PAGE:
“The fifth session was actually in Spanish as it was led by SDSN South America, so I felt delighted to engage in global learning in my first language,” she says. “Additionally, COVID-19 has provided a new and urgent global framework to think through, as many of us—despite geographical location—are experiencing a similar situation. So these social, economic, and environmental circumstances have given us all a new way to consider the significance of the SDGs.”

Christal Juarez
Juarez in Chile near the her homestay house in fall 2019.

One of her first projects as an SDG intern has been to identify how UC Davis faculty, students and the wider community can actively contribute to advancing the SDGs. Another project entails researching how a voluntary university review of the SDGs may be conducted at UC Davis and sent to the UN.

“I believe this idea is phenomenal,” says Juarez. “The UN relies significantly on countries’ voluntary reviews to report their progress and impact with the SDGs. At this time there have not been any completed voluntary university reviews that we are aware of from universities in the U.S. As we all know, universities are amazing sites for innovation and collaboration, and I truly think our campus is capable and willing to work toward this project once the plan has been developed.”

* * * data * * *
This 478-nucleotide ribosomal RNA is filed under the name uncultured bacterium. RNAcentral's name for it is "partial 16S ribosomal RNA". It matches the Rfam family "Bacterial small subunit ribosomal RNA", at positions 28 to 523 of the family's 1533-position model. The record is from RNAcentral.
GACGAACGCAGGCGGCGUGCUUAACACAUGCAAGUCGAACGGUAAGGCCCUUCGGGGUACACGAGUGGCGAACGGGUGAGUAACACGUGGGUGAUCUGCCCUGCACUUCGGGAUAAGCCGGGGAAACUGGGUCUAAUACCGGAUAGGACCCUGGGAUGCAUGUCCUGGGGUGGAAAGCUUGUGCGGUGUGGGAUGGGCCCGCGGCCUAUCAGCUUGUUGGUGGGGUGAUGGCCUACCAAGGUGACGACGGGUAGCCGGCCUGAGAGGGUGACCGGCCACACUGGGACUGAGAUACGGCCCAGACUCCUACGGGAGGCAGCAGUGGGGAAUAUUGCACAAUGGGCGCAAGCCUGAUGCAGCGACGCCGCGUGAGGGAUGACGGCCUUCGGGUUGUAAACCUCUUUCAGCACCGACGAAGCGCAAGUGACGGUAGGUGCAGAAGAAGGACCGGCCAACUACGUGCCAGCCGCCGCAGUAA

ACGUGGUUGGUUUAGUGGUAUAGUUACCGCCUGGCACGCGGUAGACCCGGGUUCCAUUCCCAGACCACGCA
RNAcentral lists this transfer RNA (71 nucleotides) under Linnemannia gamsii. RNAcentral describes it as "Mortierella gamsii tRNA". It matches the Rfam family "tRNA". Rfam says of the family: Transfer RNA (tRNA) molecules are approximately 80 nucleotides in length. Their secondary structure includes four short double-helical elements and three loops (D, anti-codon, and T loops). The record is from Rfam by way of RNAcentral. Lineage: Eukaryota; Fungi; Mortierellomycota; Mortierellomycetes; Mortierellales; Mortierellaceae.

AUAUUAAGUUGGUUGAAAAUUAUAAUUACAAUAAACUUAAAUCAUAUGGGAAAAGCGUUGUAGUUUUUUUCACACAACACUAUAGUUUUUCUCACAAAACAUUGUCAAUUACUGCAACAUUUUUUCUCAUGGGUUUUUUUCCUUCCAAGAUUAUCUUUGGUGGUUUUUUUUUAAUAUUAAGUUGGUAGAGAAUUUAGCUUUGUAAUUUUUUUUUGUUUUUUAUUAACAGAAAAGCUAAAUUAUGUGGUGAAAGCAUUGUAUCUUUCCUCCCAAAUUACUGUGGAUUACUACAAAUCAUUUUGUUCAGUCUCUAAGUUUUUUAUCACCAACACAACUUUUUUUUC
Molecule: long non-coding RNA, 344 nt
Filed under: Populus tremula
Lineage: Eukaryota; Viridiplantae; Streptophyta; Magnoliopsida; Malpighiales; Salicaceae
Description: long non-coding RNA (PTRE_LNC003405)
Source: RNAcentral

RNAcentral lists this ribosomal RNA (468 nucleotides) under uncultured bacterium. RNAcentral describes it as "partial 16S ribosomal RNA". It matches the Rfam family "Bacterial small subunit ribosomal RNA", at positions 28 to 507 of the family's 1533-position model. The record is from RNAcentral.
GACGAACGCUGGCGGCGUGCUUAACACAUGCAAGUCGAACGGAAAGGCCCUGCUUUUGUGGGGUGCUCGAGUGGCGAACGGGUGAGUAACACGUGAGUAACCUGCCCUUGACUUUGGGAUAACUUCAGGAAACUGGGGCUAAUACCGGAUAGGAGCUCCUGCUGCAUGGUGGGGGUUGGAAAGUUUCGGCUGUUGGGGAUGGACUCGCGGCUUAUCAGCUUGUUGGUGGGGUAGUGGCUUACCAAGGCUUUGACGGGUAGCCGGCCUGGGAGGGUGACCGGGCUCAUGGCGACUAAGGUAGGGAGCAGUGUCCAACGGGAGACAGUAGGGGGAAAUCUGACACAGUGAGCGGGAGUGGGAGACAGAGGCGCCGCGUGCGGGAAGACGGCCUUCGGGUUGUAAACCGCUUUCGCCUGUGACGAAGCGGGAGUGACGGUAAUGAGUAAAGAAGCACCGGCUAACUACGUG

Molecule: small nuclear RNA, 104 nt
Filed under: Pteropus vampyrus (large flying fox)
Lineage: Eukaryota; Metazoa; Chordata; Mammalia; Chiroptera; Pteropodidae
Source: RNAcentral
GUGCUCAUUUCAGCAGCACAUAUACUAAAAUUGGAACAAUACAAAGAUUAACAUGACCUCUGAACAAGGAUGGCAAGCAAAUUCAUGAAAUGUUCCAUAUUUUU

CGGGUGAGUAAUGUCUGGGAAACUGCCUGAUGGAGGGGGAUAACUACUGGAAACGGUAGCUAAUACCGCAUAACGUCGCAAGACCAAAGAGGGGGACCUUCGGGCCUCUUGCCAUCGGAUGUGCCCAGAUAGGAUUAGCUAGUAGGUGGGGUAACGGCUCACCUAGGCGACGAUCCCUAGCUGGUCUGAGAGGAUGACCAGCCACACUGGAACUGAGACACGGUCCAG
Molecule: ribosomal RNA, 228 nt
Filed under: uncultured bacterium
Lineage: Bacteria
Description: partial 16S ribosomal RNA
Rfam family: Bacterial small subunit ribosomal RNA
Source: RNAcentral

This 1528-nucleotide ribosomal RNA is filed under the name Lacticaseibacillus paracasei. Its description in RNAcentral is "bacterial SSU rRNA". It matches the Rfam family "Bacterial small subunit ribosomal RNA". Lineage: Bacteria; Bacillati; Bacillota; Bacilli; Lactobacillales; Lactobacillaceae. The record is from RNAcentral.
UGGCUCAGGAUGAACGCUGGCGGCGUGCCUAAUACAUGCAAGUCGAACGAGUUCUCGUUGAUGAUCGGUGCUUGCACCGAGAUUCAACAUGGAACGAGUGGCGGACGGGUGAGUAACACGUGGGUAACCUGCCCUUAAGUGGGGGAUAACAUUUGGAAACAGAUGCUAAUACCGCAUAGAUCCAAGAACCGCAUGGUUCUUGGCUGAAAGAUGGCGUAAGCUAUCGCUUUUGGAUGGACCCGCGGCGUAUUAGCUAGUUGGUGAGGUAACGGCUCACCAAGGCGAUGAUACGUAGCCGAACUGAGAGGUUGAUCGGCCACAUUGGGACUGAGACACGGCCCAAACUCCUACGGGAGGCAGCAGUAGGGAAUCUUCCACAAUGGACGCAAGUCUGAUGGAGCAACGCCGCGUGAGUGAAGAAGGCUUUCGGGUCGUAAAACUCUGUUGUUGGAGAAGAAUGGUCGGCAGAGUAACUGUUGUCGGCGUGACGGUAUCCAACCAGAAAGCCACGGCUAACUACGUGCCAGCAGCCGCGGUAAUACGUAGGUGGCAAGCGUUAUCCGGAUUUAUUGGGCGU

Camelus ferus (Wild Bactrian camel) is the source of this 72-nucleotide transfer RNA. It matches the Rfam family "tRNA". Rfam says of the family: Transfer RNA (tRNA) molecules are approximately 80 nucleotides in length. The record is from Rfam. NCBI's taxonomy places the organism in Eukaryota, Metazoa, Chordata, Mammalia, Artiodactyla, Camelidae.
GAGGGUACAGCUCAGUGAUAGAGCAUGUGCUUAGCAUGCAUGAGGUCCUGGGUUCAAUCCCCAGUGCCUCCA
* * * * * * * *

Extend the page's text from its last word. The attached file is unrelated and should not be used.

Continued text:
Together, Juarez and Lor have remotely delved into researching the only cities in the U.S. that have reported a voluntary local review: New York and Los Angeles.

“Both have been great to research into as we start to get an idea for how we may apply such a project to UC Davis,” says Juarez.

For Lor, the “remote” aspect of the SDG internship has also opened up new opportunities to interact on a larger level with the global community. Currently, she is most focused on SDG 3, which aims to ensure healthy lives and promote well-being for people of all ages.

Lor in her workspace at home.